Better Watch what you say to Amazon Echo Dot: One Toddler got an Earful of Vulgar Porn Phrases

By Fr. Mark Hodges, LIfe Site News On January 7, 2017

SEATTLE, Washington, January 6, 2017 (LifeSiteNews) - Amazon's Echo Dot is a small, voice-command device that answers questions, plays music and sounds, and basically functions as a talking/playing encyclopedia, but parents are finding a serious problem with the gadget.

Despite the company's family-friendly advertising depicting a dad with little daughter in his lap asking "What does a blue whale sound like?" to the delight of both parent and child, Echo Dot has no conscience or moral values. If anyone - no matter how young - asks for anything, an answer is provided without ethical consideration.

A YouTube video pointing out the design flaw has gone viral. It shows an innocent toddler asking for a children's song and Echo Dot's "voice," dubbed "Alexa," misinterprets the child's request and spews out a series of obscenities for the unsuspecting innocent's ear and mind.

The little boy asks, "Play 'Digger Digger'!" Immediately, Echo Dot's "Alexis" says, matter-of-factly, "You want to hear a station for 'Porn detected. ... Porno ringtone hot chick amateur girl calling sexy f*** c*** sh** sex c**k pu**y anal dildo.'"

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Before Amazon's device can play the "Porno ringtone hot chick amateur girl calling sexy f*** c*** sh** sex c**k pu**y anal dildo" track, the young boy's parents intervene, shouting, "No! No! Alexa, stop!" as their frightened child looks up, confused and worried.

Several media outlets made a joke out of the "hilarious" incident, but National Center on Sexual Exploitation (NCOSE) executive director Dawn Hawkins isn't laughing.

The video "exposes Amazon.com's reckless approach to sexual harm," according to  Hawkins.

Even The Washington Standard agrees, at least that Amazon's Echo Dot is harmful to children and seriously family-unfriendly.  

"There is no reason that this should be coming out of a home device like this, especially when you know the potential for young children to be in the home," Washington Standard reporter Tim Brown wrote. "With respect to the parents, I assume they never thought in a million years something like this would be said to their little boy from an Amazon Echo Dot."

Hawkins says it isn't the first time Amazon has put profit over decency. "This Alexa scandal reveals what the National Center on Sexual Exploitation has already documented: Amazon is reckless about exposing the public to pornography and sexually exploitative materials," the women's rights leader said. "Amazon.com features thousands of pornography-related items and has so far refused to remove sex dolls (many with childlike features), eroticized child nudity photography books, and other pornified items, including T-shirts, baby clothes, and pillowcases, as well as hardcore pornographic films from its website."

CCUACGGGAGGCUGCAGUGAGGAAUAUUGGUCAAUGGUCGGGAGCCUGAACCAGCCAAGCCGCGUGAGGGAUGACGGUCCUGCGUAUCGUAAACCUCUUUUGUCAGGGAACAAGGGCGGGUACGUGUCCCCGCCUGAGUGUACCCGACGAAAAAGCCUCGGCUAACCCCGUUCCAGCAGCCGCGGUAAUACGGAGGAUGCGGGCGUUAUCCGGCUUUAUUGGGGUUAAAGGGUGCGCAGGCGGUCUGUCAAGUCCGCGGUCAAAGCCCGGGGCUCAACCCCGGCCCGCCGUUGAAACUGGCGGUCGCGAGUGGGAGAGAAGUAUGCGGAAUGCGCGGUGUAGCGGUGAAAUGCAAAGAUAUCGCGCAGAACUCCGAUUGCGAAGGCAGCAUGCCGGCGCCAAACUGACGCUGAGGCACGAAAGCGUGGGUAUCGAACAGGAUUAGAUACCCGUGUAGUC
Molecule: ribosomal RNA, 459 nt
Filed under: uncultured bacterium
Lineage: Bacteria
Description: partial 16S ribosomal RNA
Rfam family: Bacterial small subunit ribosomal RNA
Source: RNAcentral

Seattle-based Amazon, which is the largest online retailer in the world, issued a statement saying the company apologized to the affected family in the viral video, but Hawkins says that "is not enough."  

Hawkins says the retail giant "must adopt a proactive approach to pornography and sexual exploitative materials across its business platforms."

Besides peddling porn, Amazon has a streaming TV service that actively suggests immoral programs for viewers, no matter what age. "Amazon Prime is producing original television programming with highly sexualized content, and does not provide a means for blocking unwanted recommendations of sexually explicit programs," Hawkins charged.

Amazon is one of NCOSE's "Dirty Dozen List," which exposes mainstream companies that facilitate sexual exploitation.

"Other companies are refusing to facilitate sexual exploitation," she explained.  "Wal-Mart, for example, within 24-hours of being contacted by NCOSE, removed the same child nudity photography books that Amazon still carries."

"It is clear that the pervading business culture at Amazon continues to cater to pornographic interests that are harmful to not only minors but adults as well," Hawkins concluded. "It is time for Amazon to accept its corporate responsibility to adopt and rigorously enforce standards that seek to foster a world free of sexual exploitation."

Amazon told The Washington Standard that the corporate giant had already received "many complaints" about their Echo Dot not having parental controls and that the company is developing filters "for future models."

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